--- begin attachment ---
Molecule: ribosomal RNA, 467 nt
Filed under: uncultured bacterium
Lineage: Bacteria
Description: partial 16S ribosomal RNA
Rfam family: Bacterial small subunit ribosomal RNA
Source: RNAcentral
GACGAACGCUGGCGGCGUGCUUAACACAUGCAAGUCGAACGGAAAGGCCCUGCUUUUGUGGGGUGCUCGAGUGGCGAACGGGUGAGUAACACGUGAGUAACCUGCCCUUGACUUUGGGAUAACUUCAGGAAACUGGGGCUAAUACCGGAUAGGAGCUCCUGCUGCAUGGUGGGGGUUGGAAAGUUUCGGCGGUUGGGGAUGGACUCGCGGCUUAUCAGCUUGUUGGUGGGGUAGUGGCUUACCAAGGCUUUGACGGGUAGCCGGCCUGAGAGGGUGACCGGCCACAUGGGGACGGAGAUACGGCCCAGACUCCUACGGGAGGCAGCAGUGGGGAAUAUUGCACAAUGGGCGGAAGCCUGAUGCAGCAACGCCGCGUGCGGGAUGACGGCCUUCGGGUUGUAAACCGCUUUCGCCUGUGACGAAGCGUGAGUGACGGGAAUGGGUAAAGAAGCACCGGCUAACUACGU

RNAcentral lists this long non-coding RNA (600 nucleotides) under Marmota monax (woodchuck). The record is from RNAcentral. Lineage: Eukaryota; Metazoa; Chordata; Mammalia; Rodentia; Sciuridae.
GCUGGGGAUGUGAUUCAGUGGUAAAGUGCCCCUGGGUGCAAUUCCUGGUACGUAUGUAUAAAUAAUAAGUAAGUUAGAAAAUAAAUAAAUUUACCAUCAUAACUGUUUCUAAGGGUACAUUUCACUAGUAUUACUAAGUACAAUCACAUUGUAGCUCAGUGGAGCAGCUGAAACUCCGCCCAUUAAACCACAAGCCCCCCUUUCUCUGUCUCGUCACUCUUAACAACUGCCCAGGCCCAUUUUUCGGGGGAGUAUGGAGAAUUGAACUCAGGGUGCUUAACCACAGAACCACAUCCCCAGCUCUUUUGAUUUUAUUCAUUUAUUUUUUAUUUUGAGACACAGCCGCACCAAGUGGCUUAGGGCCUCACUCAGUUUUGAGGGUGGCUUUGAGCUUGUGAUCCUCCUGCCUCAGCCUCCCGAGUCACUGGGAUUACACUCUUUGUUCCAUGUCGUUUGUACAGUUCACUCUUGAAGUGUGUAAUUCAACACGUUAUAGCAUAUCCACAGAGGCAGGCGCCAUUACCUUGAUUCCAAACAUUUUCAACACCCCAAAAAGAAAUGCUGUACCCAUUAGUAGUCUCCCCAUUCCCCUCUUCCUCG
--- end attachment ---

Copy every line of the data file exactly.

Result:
Molecule: ribosomal RNA, 467 nt
Filed under: uncultured bacterium
Lineage: Bacteria
Description: partial 16S ribosomal RNA
Rfam family: Bacterial small subunit ribosomal RNA
Source: RNAcentral
GACGAACGCUGGCGGCGUGCUUAACACAUGCAAGUCGAACGGAAAGGCCCUGCUUUUGUGGGGUGCUCGAGUGGCGAACGGGUGAGUAACACGUGAGUAACCUGCCCUUGACUUUGGGAUAACUUCAGGAAACUGGGGCUAAUACCGGAUAGGAGCUCCUGCUGCAUGGUGGGGGUUGGAAAGUUUCGGCGGUUGGGGAUGGACUCGCGGCUUAUCAGCUUGUUGGUGGGGUAGUGGCUUACCAAGGCUUUGACGGGUAGCCGGCCUGAGAGGGUGACCGGCCACAUGGGGACGGAGAUACGGCCCAGACUCCUACGGGAGGCAGCAGUGGGGAAUAUUGCACAAUGGGCGGAAGCCUGAUGCAGCAACGCCGCGUGCGGGAUGACGGCCUUCGGGUUGUAAACCGCUUUCGCCUGUGACGAAGCGUGAGUGACGGGAAUGGGUAAAGAAGCACCGGCUAACUACGU

RNAcentral lists this long non-coding RNA (600 nucleotides) under Marmota monax (woodchuck). The record is from RNAcentral. Lineage: Eukaryota; Metazoa; Chordata; Mammalia; Rodentia; Sciuridae.
GCUGGGGAUGUGAUUCAGUGGUAAAGUGCCCCUGGGUGCAAUUCCUGGUACGUAUGUAUAAAUAAUAAGUAAGUUAGAAAAUAAAUAAAUUUACCAUCAUAACUGUUUCUAAGGGUACAUUUCACUAGUAUUACUAAGUACAAUCACAUUGUAGCUCAGUGGAGCAGCUGAAACUCCGCCCAUUAAACCACAAGCCCCCCUUUCUCUGUCUCGUCACUCUUAACAACUGCCCAGGCCCAUUUUUCGGGGGAGUAUGGAGAAUUGAACUCAGGGUGCUUAACCACAGAACCACAUCCCCAGCUCUUUUGAUUUUAUUCAUUUAUUUUUUAUUUUGAGACACAGCCGCACCAAGUGGCUUAGGGCCUCACUCAGUUUUGAGGGUGGCUUUGAGCUUGUGAUCCUCCUGCCUCAGCCUCCCGAGUCACUGGGAUUACACUCUUUGUUCCAUGUCGUUUGUACAGUUCACUCUUGAAGUGUGUAAUUCAACACGUUAUAGCAUAUCCACAGAGGCAGGCGCCAUUACCUUGAUUCCAAACAUUUUCAACACCCCAAAAAGAAAUGCUGUACCCAUUAGUAGUCUCCCCAUUCCCCUCUUCCUCG